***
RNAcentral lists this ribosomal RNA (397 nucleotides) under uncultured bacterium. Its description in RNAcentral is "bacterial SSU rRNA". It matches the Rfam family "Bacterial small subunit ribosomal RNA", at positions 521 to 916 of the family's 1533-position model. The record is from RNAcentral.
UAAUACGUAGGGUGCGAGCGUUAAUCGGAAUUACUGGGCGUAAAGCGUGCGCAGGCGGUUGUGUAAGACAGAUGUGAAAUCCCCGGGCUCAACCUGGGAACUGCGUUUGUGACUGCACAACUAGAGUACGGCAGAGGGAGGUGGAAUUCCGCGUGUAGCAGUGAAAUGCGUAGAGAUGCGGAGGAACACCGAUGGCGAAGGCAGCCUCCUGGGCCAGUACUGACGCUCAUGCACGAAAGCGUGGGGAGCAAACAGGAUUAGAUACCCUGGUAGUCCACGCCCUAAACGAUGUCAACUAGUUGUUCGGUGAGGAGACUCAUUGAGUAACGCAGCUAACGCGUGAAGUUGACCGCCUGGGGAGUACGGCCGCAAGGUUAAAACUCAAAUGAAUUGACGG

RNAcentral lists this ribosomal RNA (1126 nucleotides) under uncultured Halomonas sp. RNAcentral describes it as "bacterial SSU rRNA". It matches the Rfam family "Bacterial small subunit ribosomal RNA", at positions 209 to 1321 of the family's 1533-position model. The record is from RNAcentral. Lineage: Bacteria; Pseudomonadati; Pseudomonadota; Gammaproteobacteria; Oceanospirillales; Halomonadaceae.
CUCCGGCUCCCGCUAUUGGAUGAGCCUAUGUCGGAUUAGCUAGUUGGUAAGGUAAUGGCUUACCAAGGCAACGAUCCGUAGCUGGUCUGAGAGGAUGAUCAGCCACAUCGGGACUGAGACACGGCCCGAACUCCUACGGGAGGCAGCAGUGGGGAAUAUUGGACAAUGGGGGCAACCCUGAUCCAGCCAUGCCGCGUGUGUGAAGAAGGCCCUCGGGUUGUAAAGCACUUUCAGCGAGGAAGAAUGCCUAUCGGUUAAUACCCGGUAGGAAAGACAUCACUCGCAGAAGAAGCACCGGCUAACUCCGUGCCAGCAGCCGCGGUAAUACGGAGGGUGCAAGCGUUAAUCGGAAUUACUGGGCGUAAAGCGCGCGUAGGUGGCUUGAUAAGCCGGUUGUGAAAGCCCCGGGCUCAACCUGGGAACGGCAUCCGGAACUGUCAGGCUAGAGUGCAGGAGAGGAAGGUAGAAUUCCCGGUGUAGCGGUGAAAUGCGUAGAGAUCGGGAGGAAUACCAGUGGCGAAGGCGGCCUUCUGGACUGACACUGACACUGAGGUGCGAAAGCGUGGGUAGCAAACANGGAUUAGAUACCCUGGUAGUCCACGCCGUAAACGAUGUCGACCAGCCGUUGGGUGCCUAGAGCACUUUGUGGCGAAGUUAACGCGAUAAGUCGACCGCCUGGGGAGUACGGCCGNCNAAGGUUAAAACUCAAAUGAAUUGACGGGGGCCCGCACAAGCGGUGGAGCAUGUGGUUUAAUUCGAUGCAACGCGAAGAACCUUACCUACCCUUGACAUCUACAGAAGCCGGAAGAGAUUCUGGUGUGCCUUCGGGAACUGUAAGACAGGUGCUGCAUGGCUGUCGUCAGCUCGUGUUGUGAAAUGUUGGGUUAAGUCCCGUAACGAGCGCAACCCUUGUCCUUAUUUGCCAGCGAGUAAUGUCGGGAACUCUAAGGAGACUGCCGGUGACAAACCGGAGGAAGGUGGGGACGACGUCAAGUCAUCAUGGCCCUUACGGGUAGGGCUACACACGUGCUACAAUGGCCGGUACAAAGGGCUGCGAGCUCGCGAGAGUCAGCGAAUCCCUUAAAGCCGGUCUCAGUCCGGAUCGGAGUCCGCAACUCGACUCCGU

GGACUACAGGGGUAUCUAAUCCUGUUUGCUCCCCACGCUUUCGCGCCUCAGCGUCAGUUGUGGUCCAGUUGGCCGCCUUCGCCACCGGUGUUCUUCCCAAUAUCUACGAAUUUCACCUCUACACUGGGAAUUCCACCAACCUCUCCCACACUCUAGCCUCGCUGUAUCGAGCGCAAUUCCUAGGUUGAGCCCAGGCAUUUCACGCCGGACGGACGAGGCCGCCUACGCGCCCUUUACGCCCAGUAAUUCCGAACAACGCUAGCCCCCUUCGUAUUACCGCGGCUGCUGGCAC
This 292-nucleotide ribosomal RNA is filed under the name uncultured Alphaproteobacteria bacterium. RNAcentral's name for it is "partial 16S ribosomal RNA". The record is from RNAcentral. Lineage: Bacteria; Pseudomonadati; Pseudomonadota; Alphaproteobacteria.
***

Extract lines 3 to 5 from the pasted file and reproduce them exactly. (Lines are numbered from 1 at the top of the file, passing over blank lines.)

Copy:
RNAcentral lists this ribosomal RNA (1126 nucleotides) under uncultured Halomonas sp. RNAcentral describes it as "bacterial SSU rRNA". It matches the Rfam family "Bacterial small subunit ribosomal RNA", at positions 209 to 1321 of the family's 1533-position model. The record is from RNAcentral. Lineage: Bacteria; Pseudomonadati; Pseudomonadota; Gammaproteobacteria; Oceanospirillales; Halomonadaceae.
CUCCGGCUCCCGCUAUUGGAUGAGCCUAUGUCGGAUUAGCUAGUUGGUAAGGUAAUGGCUUACCAAGGCAACGAUCCGUAGCUGGUCUGAGAGGAUGAUCAGCCACAUCGGGACUGAGACACGGCCCGAACUCCUACGGGAGGCAGCAGUGGGGAAUAUUGGACAAUGGGGGCAACCCUGAUCCAGCCAUGCCGCGUGUGUGAAGAAGGCCCUCGGGUUGUAAAGCACUUUCAGCGAGGAAGAAUGCCUAUCGGUUAAUACCCGGUAGGAAAGACAUCACUCGCAGAAGAAGCACCGGCUAACUCCGUGCCAGCAGCCGCGGUAAUACGGAGGGUGCAAGCGUUAAUCGGAAUUACUGGGCGUAAAGCGCGCGUAGGUGGCUUGAUAAGCCGGUUGUGAAAGCCCCGGGCUCAACCUGGGAACGGCAUCCGGAACUGUCAGGCUAGAGUGCAGGAGAGGAAGGUAGAAUUCCCGGUGUAGCGGUGAAAUGCGUAGAGAUCGGGAGGAAUACCAGUGGCGAAGGCGGCCUUCUGGACUGACACUGACACUGAGGUGCGAAAGCGUGGGUAGCAAACANGGAUUAGAUACCCUGGUAGUCCACGCCGUAAACGAUGUCGACCAGCCGUUGGGUGCCUAGAGCACUUUGUGGCGAAGUUAACGCGAUAAGUCGACCGCCUGGGGAGUACGGCCGNCNAAGGUUAAAACUCAAAUGAAUUGACGGGGGCCCGCACAAGCGGUGGAGCAUGUGGUUUAAUUCGAUGCAACGCGAAGAACCUUACCUACCCUUGACAUCUACAGAAGCCGGAAGAGAUUCUGGUGUGCCUUCGGGAACUGUAAGACAGGUGCUGCAUGGCUGUCGUCAGCUCGUGUUGUGAAAUGUUGGGUUAAGUCCCGUAACGAGCGCAACCCUUGUCCUUAUUUGCCAGCGAGUAAUGUCGGGAACUCUAAGGAGACUGCCGGUGACAAACCGGAGGAAGGUGGGGACGACGUCAAGUCAUCAUGGCCCUUACGGGUAGGGCUACACACGUGCUACAAUGGCCGGUACAAAGGGCUGCGAGCUCGCGAGAGUCAGCGAAUCCCUUAAAGCCGGUCUCAGUCCGGAUCGGAGUCCGCAACUCGACUCCGU

GGACUACAGGGGUAUCUAAUCCUGUUUGCUCCCCACGCUUUCGCGCCUCAGCGUCAGUUGUGGUCCAGUUGGCCGCCUUCGCCACCGGUGUUCUUCCCAAUAUCUACGAAUUUCACCUCUACACUGGGAAUUCCACCAACCUCUCCCACACUCUAGCCUCGCUGUAUCGAGCGCAAUUCCUAGGUUGAGCCCAGGCAUUUCACGCCGGACGGACGAGGCCGCCUACGCGCCCUUUACGCCCAGUAAUUCCGAACAACGCUAGCCCCCUUCGUAUUACCGCGGCUGCUGGCAC